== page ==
I see that George Holyoake coined the word "secularism" (but not the word "secular", which meant the world as it exists in time as opposed to eternity, in 1851. Before then, "secular" was not opposed to "religious", it just meant this life as opposed to the next. Holyoake later adopted the word "agnosticism", in preference to atheism, to describe what he believed (or didn't believe. Humanitas always applied to this world. In the next world you don't have to have humanity, you just spend eternity as a sort of angel, praising God. Mballen (talk) 03:28, 10 February 2014 (UTC)

Aulus Gellius[edit]

Those who have spoken Latin and have used the language correctly do not give to the word humanitas the meaning which it is commonly thought to have, namely, what the Greeks call φιλανθρωπία (philanthropy), signifying a kind of friendly spirit and good-feeling towards all men without distinction; but they gave to humanitas the force of the Greek παιδεία (paideia); that is, what we call eruditionem institutionemque in bonas artes, or "education and training in the liberal arts [literally "good arts"]. Those who earnestly desire and seek after these are most highly humanized. For the pursuit of that kind of knowledge, and the training given by it, have been granted to man alone of all the animals, and for that reason it is termed humanitas, or "humanity." --Aulus Gellius, Attic Nights, XII: 17

Gellius says that in his day humanitas is commonly used as a synonym for philanthropy -- or love of one's fellow man. He maintains that this is incorrect and that Cicero and others used the word to mean what we might call 'humane" or "polite" learning, or the Greek equivalent paideia. This is true, but scholars point out that both senses had always been current. Both senses continue to be used for its for modern derivative, humanism. Gellius was a favorite author in the Renaissance and the teachers of philosophy, poetry, and rhetoric were called and called themselves humanists.

Insofar as what the word denotes about human nature, Vito Giustiniani points out that the Greeks and Romans stressed man's superiority to beasts. Humans, according to Aristotle and Cicero. were intended to live harmoniously together, and not be brutal like beasts (or barbarians, they would have added), whereas in the Middle Ages, the emphasis in Christian writing stressed not man's superiority to animals, but rather his likeness to God, in whose image they were made. This Christian/Stoic sense of the unique worth of each individual regardless of earthly status, carried over to Renaissance and modern, secular conceptions of humanism. Mballen (talk) 20:21, 5 February 2014 (UTC)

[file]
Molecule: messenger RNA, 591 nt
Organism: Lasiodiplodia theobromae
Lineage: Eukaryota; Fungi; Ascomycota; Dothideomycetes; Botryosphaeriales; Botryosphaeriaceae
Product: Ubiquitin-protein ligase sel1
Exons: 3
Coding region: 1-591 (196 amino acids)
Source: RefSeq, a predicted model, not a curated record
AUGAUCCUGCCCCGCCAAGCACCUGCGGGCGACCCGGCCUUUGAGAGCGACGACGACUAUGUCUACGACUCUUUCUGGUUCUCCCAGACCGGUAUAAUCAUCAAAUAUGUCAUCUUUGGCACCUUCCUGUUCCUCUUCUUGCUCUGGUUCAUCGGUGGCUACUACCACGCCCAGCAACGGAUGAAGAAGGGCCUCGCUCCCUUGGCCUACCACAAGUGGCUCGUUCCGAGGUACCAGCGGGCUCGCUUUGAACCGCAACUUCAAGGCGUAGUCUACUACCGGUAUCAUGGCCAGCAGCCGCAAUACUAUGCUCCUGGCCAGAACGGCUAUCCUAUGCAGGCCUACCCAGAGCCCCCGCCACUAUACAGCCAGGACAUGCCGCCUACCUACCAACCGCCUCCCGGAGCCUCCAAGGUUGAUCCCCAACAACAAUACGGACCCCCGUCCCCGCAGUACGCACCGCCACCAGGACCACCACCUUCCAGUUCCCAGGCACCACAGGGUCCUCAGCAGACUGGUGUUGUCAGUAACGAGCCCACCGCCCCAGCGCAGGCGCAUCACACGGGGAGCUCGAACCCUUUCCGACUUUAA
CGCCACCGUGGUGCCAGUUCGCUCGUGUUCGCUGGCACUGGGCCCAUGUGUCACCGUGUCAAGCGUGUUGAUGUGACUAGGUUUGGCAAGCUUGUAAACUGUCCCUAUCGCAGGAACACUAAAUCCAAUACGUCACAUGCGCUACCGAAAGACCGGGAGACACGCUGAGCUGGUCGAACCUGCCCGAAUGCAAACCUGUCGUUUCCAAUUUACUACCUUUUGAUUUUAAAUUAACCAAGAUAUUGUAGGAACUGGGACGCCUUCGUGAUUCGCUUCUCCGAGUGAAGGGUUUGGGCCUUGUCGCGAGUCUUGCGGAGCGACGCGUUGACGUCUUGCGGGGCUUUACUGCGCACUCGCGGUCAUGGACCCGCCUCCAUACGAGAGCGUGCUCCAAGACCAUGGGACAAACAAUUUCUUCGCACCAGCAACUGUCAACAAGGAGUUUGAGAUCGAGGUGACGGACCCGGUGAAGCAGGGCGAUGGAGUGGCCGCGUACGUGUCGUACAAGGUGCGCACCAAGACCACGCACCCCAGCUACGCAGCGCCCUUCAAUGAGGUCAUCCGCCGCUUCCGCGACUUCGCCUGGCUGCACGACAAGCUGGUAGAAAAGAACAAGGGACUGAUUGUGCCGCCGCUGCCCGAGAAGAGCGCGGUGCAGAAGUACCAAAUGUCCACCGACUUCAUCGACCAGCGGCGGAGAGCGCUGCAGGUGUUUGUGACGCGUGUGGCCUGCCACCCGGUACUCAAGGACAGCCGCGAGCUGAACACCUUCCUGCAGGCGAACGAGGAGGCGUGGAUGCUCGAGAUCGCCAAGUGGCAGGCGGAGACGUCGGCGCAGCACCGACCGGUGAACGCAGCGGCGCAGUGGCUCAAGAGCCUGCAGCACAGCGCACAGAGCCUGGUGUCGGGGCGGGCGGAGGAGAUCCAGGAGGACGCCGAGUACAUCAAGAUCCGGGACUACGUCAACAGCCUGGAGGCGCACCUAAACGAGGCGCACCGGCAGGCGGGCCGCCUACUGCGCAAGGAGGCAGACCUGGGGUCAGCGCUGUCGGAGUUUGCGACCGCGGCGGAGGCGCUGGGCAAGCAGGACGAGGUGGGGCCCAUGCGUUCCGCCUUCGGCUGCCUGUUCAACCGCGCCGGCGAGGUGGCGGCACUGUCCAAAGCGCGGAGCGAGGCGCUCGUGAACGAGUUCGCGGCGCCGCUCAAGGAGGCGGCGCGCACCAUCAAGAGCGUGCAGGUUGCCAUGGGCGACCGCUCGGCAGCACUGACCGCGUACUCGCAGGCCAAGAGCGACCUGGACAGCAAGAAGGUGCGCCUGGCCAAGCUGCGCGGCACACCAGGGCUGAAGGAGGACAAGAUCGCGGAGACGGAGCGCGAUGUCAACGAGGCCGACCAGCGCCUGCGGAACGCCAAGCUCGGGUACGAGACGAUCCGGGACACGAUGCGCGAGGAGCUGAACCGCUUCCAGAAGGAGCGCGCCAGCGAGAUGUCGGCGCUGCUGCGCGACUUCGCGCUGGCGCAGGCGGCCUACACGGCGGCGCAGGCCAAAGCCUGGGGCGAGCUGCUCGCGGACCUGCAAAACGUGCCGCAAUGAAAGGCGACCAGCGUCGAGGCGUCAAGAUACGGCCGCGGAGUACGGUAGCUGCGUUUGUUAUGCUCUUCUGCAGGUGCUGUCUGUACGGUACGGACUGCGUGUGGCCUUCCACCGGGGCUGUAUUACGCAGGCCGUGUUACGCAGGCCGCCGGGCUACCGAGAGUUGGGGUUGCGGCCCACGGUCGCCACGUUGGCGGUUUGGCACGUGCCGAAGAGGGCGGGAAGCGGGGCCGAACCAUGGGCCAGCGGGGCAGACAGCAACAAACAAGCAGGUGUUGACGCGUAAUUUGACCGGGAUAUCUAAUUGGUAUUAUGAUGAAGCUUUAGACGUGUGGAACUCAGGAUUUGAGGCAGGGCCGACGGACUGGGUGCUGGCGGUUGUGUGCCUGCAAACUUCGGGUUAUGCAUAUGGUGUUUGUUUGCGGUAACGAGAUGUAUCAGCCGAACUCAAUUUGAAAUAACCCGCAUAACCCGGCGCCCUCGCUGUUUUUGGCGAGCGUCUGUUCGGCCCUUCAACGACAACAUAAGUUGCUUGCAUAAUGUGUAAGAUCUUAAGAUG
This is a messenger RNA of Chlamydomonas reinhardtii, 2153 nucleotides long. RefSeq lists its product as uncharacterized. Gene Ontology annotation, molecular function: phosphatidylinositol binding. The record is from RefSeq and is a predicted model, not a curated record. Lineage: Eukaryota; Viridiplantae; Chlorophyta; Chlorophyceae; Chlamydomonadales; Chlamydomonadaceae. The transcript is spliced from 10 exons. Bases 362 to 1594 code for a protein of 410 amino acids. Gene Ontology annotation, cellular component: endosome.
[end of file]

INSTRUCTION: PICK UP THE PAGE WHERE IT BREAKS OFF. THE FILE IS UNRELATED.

Martin Luther, Thomas More as humanists[edit]

I have removed the sentence about Luther being a humanist "despite being religious" in the first paragraph because it is rather misleading. Martin Luther, Erasmus, and Thomas More were called humanists because they were teachers and scholars of Classical Literature (as opposed to Theology and Logic, which were taught in the universities). This had nothing to do with whether or not they were religious and zero to do with the secular humanism of today. It is true that they engaged in critical thinking but this was a characteristic of Latin and Greek writing, particularly Greek. Critical thinking is our legacy from Greek and Latin scholars (philologists), philosophers, and scientists. Saint Augustine and Saint Jerome were also teachers of rhetoric and classical litterature (bonae litterae). They were humanists in the sense of being learned -- translators of the Bible and so on. If you are going to have an illustration of St. Thomas More's Utopia, you need to include the definition of humanism as pertaining to learning in the lede paragraph, because More was by no stretch of the imagination a modern humanist. He is a Catholic saint who chose to die rather than give up his religion. Mballen (talk) 03:05, 6 February 2014 (UTC)